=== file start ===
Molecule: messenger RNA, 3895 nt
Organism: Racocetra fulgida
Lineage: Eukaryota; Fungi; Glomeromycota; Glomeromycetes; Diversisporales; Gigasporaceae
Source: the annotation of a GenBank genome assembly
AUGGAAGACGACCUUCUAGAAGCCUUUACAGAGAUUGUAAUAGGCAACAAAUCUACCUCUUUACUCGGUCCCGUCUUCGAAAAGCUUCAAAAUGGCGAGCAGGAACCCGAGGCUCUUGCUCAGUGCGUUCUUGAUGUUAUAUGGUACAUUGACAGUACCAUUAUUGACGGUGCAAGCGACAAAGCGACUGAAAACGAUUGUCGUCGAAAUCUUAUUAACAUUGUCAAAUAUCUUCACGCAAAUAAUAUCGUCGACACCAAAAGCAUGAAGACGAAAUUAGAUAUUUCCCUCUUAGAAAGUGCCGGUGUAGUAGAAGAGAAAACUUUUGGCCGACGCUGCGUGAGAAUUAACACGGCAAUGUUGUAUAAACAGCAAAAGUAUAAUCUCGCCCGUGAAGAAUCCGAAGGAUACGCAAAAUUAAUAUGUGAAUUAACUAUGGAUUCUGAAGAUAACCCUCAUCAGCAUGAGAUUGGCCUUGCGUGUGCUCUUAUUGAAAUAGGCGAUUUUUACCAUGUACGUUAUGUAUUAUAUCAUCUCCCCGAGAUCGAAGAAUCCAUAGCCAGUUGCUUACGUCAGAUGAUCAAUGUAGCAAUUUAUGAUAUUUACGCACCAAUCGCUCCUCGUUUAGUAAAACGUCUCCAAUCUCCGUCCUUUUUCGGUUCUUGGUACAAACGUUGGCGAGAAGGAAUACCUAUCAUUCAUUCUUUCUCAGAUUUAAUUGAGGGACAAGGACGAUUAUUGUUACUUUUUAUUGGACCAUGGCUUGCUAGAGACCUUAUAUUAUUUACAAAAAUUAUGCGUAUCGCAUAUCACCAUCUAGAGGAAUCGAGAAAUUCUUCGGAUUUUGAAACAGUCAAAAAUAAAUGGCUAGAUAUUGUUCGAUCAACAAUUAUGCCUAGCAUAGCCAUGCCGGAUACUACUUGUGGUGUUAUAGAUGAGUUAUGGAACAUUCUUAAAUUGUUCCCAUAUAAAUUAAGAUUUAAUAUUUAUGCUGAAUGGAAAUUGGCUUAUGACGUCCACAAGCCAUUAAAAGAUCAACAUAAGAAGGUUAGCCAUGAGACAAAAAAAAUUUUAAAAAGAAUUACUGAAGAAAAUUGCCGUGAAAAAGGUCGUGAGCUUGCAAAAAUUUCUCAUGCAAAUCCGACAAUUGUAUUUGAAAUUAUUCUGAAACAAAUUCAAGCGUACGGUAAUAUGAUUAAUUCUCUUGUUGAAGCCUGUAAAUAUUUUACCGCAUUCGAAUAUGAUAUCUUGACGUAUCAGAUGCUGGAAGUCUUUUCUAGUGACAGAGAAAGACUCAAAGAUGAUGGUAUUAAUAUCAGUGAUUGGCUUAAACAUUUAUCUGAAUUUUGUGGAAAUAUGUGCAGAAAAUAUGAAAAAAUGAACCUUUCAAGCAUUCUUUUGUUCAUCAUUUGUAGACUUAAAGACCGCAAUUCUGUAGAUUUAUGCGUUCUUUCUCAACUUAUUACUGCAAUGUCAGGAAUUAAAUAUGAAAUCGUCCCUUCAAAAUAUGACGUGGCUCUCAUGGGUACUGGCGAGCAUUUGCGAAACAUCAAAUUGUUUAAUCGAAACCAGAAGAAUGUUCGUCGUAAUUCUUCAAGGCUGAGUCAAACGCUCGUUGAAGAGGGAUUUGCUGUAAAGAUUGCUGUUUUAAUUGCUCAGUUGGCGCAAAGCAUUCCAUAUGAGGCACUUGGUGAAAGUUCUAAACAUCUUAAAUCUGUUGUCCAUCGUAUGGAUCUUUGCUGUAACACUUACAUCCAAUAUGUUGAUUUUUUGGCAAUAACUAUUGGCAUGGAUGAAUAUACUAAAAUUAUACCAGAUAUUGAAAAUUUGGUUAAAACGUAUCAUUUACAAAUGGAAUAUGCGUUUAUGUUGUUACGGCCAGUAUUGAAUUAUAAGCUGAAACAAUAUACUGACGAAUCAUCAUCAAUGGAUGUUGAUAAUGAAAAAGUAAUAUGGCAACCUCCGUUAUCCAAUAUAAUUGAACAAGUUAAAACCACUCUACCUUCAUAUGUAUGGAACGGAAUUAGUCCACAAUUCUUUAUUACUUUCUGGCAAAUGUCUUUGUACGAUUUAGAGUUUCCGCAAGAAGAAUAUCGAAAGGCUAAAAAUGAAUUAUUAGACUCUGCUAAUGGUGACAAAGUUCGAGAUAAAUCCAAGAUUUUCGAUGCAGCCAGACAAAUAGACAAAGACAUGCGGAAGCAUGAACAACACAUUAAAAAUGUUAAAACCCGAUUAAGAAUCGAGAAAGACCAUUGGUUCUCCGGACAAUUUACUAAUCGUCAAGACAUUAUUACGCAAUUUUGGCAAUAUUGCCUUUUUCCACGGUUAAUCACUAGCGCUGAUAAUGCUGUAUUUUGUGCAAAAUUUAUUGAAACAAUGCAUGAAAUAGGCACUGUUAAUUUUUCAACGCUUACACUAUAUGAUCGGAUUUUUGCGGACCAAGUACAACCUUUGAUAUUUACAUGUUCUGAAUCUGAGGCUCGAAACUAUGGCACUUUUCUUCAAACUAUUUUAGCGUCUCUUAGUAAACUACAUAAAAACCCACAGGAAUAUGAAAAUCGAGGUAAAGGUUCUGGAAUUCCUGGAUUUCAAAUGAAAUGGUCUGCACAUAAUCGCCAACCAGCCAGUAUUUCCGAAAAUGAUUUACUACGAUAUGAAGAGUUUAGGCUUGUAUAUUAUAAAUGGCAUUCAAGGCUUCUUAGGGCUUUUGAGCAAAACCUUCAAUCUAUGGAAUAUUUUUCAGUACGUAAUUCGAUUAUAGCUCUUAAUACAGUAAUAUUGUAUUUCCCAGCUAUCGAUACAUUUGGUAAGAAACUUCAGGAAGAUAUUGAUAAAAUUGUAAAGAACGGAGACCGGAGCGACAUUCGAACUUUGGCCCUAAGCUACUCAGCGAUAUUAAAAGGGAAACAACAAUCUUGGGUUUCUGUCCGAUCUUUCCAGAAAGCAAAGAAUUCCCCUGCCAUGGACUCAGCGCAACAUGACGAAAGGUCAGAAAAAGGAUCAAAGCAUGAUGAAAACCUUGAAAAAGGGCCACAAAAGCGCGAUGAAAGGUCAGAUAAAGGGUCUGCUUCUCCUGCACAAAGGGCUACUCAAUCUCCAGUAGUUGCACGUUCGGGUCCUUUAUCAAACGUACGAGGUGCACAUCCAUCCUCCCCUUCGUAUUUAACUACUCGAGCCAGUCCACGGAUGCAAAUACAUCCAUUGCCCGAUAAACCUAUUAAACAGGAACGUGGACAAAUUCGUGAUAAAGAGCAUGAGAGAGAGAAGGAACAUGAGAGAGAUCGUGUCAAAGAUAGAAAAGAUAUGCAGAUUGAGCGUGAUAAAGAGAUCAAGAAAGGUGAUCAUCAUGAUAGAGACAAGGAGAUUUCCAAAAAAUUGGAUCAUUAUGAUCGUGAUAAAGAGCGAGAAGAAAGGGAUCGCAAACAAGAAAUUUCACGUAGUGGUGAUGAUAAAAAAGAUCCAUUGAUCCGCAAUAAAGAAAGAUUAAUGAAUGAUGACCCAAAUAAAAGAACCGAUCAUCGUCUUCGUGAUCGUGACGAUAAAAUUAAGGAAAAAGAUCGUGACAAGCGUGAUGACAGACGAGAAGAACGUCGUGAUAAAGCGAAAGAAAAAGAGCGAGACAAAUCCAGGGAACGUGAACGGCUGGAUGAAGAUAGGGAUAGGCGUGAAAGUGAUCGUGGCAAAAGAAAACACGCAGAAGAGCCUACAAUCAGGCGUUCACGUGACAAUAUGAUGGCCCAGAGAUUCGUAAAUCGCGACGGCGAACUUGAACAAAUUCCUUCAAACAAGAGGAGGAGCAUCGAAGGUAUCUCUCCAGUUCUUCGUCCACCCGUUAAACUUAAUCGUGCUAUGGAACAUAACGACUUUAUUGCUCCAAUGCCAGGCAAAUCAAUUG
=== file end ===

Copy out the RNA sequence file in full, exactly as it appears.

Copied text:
Molecule: messenger RNA, 3895 nt
Organism: Racocetra fulgida
Lineage: Eukaryota; Fungi; Glomeromycota; Glomeromycetes; Diversisporales; Gigasporaceae
Source: the annotation of a GenBank genome assembly
AUGGAAGACGACCUUCUAGAAGCCUUUACAGAGAUUGUAAUAGGCAACAAAUCUACCUCUUUACUCGGUCCCGUCUUCGAAAAGCUUCAAAAUGGCGAGCAGGAACCCGAGGCUCUUGCUCAGUGCGUUCUUGAUGUUAUAUGGUACAUUGACAGUACCAUUAUUGACGGUGCAAGCGACAAAGCGACUGAAAACGAUUGUCGUCGAAAUCUUAUUAACAUUGUCAAAUAUCUUCACGCAAAUAAUAUCGUCGACACCAAAAGCAUGAAGACGAAAUUAGAUAUUUCCCUCUUAGAAAGUGCCGGUGUAGUAGAAGAGAAAACUUUUGGCCGACGCUGCGUGAGAAUUAACACGGCAAUGUUGUAUAAACAGCAAAAGUAUAAUCUCGCCCGUGAAGAAUCCGAAGGAUACGCAAAAUUAAUAUGUGAAUUAACUAUGGAUUCUGAAGAUAACCCUCAUCAGCAUGAGAUUGGCCUUGCGUGUGCUCUUAUUGAAAUAGGCGAUUUUUACCAUGUACGUUAUGUAUUAUAUCAUCUCCCCGAGAUCGAAGAAUCCAUAGCCAGUUGCUUACGUCAGAUGAUCAAUGUAGCAAUUUAUGAUAUUUACGCACCAAUCGCUCCUCGUUUAGUAAAACGUCUCCAAUCUCCGUCCUUUUUCGGUUCUUGGUACAAACGUUGGCGAGAAGGAAUACCUAUCAUUCAUUCUUUCUCAGAUUUAAUUGAGGGACAAGGACGAUUAUUGUUACUUUUUAUUGGACCAUGGCUUGCUAGAGACCUUAUAUUAUUUACAAAAAUUAUGCGUAUCGCAUAUCACCAUCUAGAGGAAUCGAGAAAUUCUUCGGAUUUUGAAACAGUCAAAAAUAAAUGGCUAGAUAUUGUUCGAUCAACAAUUAUGCCUAGCAUAGCCAUGCCGGAUACUACUUGUGGUGUUAUAGAUGAGUUAUGGAACAUUCUUAAAUUGUUCCCAUAUAAAUUAAGAUUUAAUAUUUAUGCUGAAUGGAAAUUGGCUUAUGACGUCCACAAGCCAUUAAAAGAUCAACAUAAGAAGGUUAGCCAUGAGACAAAAAAAAUUUUAAAAAGAAUUACUGAAGAAAAUUGCCGUGAAAAAGGUCGUGAGCUUGCAAAAAUUUCUCAUGCAAAUCCGACAAUUGUAUUUGAAAUUAUUCUGAAACAAAUUCAAGCGUACGGUAAUAUGAUUAAUUCUCUUGUUGAAGCCUGUAAAUAUUUUACCGCAUUCGAAUAUGAUAUCUUGACGUAUCAGAUGCUGGAAGUCUUUUCUAGUGACAGAGAAAGACUCAAAGAUGAUGGUAUUAAUAUCAGUGAUUGGCUUAAACAUUUAUCUGAAUUUUGUGGAAAUAUGUGCAGAAAAUAUGAAAAAAUGAACCUUUCAAGCAUUCUUUUGUUCAUCAUUUGUAGACUUAAAGACCGCAAUUCUGUAGAUUUAUGCGUUCUUUCUCAACUUAUUACUGCAAUGUCAGGAAUUAAAUAUGAAAUCGUCCCUUCAAAAUAUGACGUGGCUCUCAUGGGUACUGGCGAGCAUUUGCGAAACAUCAAAUUGUUUAAUCGAAACCAGAAGAAUGUUCGUCGUAAUUCUUCAAGGCUGAGUCAAACGCUCGUUGAAGAGGGAUUUGCUGUAAAGAUUGCUGUUUUAAUUGCUCAGUUGGCGCAAAGCAUUCCAUAUGAGGCACUUGGUGAAAGUUCUAAACAUCUUAAAUCUGUUGUCCAUCGUAUGGAUCUUUGCUGUAACACUUACAUCCAAUAUGUUGAUUUUUUGGCAAUAACUAUUGGCAUGGAUGAAUAUACUAAAAUUAUACCAGAUAUUGAAAAUUUGGUUAAAACGUAUCAUUUACAAAUGGAAUAUGCGUUUAUGUUGUUACGGCCAGUAUUGAAUUAUAAGCUGAAACAAUAUACUGACGAAUCAUCAUCAAUGGAUGUUGAUAAUGAAAAAGUAAUAUGGCAACCUCCGUUAUCCAAUAUAAUUGAACAAGUUAAAACCACUCUACCUUCAUAUGUAUGGAACGGAAUUAGUCCACAAUUCUUUAUUACUUUCUGGCAAAUGUCUUUGUACGAUUUAGAGUUUCCGCAAGAAGAAUAUCGAAAGGCUAAAAAUGAAUUAUUAGACUCUGCUAAUGGUGACAAAGUUCGAGAUAAAUCCAAGAUUUUCGAUGCAGCCAGACAAAUAGACAAAGACAUGCGGAAGCAUGAACAACACAUUAAAAAUGUUAAAACCCGAUUAAGAAUCGAGAAAGACCAUUGGUUCUCCGGACAAUUUACUAAUCGUCAAGACAUUAUUACGCAAUUUUGGCAAUAUUGCCUUUUUCCACGGUUAAUCACUAGCGCUGAUAAUGCUGUAUUUUGUGCAAAAUUUAUUGAAACAAUGCAUGAAAUAGGCACUGUUAAUUUUUCAACGCUUACACUAUAUGAUCGGAUUUUUGCGGACCAAGUACAACCUUUGAUAUUUACAUGUUCUGAAUCUGAGGCUCGAAACUAUGGCACUUUUCUUCAAACUAUUUUAGCGUCUCUUAGUAAACUACAUAAAAACCCACAGGAAUAUGAAAAUCGAGGUAAAGGUUCUGGAAUUCCUGGAUUUCAAAUGAAAUGGUCUGCACAUAAUCGCCAACCAGCCAGUAUUUCCGAAAAUGAUUUACUACGAUAUGAAGAGUUUAGGCUUGUAUAUUAUAAAUGGCAUUCAAGGCUUCUUAGGGCUUUUGAGCAAAACCUUCAAUCUAUGGAAUAUUUUUCAGUACGUAAUUCGAUUAUAGCUCUUAAUACAGUAAUAUUGUAUUUCCCAGCUAUCGAUACAUUUGGUAAGAAACUUCAGGAAGAUAUUGAUAAAAUUGUAAAGAACGGAGACCGGAGCGACAUUCGAACUUUGGCCCUAAGCUACUCAGCGAUAUUAAAAGGGAAACAACAAUCUUGGGUUUCUGUCCGAUCUUUCCAGAAAGCAAAGAAUUCCCCUGCCAUGGACUCAGCGCAACAUGACGAAAGGUCAGAAAAAGGAUCAAAGCAUGAUGAAAACCUUGAAAAAGGGCCACAAAAGCGCGAUGAAAGGUCAGAUAAAGGGUCUGCUUCUCCUGCACAAAGGGCUACUCAAUCUCCAGUAGUUGCACGUUCGGGUCCUUUAUCAAACGUACGAGGUGCACAUCCAUCCUCCCCUUCGUAUUUAACUACUCGAGCCAGUCCACGGAUGCAAAUACAUCCAUUGCCCGAUAAACCUAUUAAACAGGAACGUGGACAAAUUCGUGAUAAAGAGCAUGAGAGAGAGAAGGAACAUGAGAGAGAUCGUGUCAAAGAUAGAAAAGAUAUGCAGAUUGAGCGUGAUAAAGAGAUCAAGAAAGGUGAUCAUCAUGAUAGAGACAAGGAGAUUUCCAAAAAAUUGGAUCAUUAUGAUCGUGAUAAAGAGCGAGAAGAAAGGGAUCGCAAACAAGAAAUUUCACGUAGUGGUGAUGAUAAAAAAGAUCCAUUGAUCCGCAAUAAAGAAAGAUUAAUGAAUGAUGACCCAAAUAAAAGAACCGAUCAUCGUCUUCGUGAUCGUGACGAUAAAAUUAAGGAAAAAGAUCGUGACAAGCGUGAUGACAGACGAGAAGAACGUCGUGAUAAAGCGAAAGAAAAAGAGCGAGACAAAUCCAGGGAACGUGAACGGCUGGAUGAAGAUAGGGAUAGGCGUGAAAGUGAUCGUGGCAAAAGAAAACACGCAGAAGAGCCUACAAUCAGGCGUUCACGUGACAAUAUGAUGGCCCAGAGAUUCGUAAAUCGCGACGGCGAACUUGAACAAAUUCCUUCAAACAAGAGGAGGAGCAUCGAAGGUAUCUCUCCAGUUCUUCGUCCACCCGUUAAACUUAAUCGUGCUAUGGAACAUAACGACUUUAUUGCUCCAAUGCCAGGCAAAUCAAUUG